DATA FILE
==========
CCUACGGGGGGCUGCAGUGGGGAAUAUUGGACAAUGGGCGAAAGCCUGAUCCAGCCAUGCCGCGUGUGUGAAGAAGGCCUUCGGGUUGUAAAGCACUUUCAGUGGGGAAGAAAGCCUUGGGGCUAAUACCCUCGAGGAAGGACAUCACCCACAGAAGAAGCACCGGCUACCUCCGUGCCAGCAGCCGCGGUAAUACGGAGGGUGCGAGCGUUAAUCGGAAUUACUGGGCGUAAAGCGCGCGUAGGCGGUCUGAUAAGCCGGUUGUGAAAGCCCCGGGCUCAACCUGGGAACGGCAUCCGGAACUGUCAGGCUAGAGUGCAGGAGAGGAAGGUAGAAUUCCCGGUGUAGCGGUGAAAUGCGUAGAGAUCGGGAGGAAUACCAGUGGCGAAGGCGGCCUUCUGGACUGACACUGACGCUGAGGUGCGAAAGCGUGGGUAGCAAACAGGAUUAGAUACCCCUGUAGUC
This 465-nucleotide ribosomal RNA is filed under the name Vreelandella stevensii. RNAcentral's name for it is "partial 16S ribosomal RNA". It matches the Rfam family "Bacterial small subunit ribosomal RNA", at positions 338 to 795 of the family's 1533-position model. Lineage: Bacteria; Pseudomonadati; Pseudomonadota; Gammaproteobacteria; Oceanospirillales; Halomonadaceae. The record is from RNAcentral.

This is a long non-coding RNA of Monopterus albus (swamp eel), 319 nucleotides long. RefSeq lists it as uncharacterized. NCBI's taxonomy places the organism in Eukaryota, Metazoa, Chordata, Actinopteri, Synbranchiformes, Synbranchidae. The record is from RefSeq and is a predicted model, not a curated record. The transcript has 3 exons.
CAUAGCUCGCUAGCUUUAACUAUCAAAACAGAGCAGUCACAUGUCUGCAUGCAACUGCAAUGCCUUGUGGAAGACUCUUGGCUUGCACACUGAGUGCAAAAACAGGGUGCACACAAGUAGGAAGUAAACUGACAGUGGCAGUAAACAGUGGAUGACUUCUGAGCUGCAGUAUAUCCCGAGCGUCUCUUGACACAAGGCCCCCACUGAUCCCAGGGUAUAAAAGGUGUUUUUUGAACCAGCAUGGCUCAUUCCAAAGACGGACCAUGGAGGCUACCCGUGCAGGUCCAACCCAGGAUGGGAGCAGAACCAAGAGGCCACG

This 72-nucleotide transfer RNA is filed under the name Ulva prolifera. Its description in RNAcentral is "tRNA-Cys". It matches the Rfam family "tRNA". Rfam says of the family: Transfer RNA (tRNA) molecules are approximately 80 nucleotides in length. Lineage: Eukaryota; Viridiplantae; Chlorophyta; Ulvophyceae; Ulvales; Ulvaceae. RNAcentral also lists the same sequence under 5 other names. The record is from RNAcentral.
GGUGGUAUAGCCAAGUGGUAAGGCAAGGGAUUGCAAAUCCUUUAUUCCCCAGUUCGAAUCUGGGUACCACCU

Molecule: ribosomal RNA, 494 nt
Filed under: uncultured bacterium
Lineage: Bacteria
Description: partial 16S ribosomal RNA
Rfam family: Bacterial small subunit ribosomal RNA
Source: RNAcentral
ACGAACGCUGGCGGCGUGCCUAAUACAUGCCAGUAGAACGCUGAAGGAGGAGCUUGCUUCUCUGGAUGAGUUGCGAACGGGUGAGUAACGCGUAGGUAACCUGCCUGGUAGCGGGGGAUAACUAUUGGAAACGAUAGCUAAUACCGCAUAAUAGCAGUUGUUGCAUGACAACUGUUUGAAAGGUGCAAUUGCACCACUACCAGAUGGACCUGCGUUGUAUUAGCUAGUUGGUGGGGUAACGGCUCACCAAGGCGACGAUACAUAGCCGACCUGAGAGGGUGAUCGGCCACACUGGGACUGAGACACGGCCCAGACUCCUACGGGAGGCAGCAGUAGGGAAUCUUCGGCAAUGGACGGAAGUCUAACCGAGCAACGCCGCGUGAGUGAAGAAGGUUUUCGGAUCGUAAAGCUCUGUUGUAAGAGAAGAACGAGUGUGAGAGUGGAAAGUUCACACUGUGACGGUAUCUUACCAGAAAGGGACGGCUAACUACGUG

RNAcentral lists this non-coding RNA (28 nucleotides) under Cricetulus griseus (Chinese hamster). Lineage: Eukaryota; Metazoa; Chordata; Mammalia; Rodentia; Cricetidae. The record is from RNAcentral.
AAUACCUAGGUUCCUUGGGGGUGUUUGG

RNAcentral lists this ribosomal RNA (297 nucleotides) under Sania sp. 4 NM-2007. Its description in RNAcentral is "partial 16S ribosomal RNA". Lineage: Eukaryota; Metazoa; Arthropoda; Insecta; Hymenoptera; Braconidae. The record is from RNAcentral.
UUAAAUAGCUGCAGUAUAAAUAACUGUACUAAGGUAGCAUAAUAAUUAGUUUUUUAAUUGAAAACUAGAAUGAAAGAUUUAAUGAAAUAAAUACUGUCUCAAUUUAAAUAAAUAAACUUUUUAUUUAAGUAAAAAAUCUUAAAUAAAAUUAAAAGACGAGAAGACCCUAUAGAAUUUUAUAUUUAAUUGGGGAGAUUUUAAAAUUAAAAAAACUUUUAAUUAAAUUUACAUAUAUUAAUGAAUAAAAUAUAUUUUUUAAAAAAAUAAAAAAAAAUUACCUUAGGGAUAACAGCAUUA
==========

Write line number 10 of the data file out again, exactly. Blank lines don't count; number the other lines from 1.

Description: partial 16S ribosomal RNA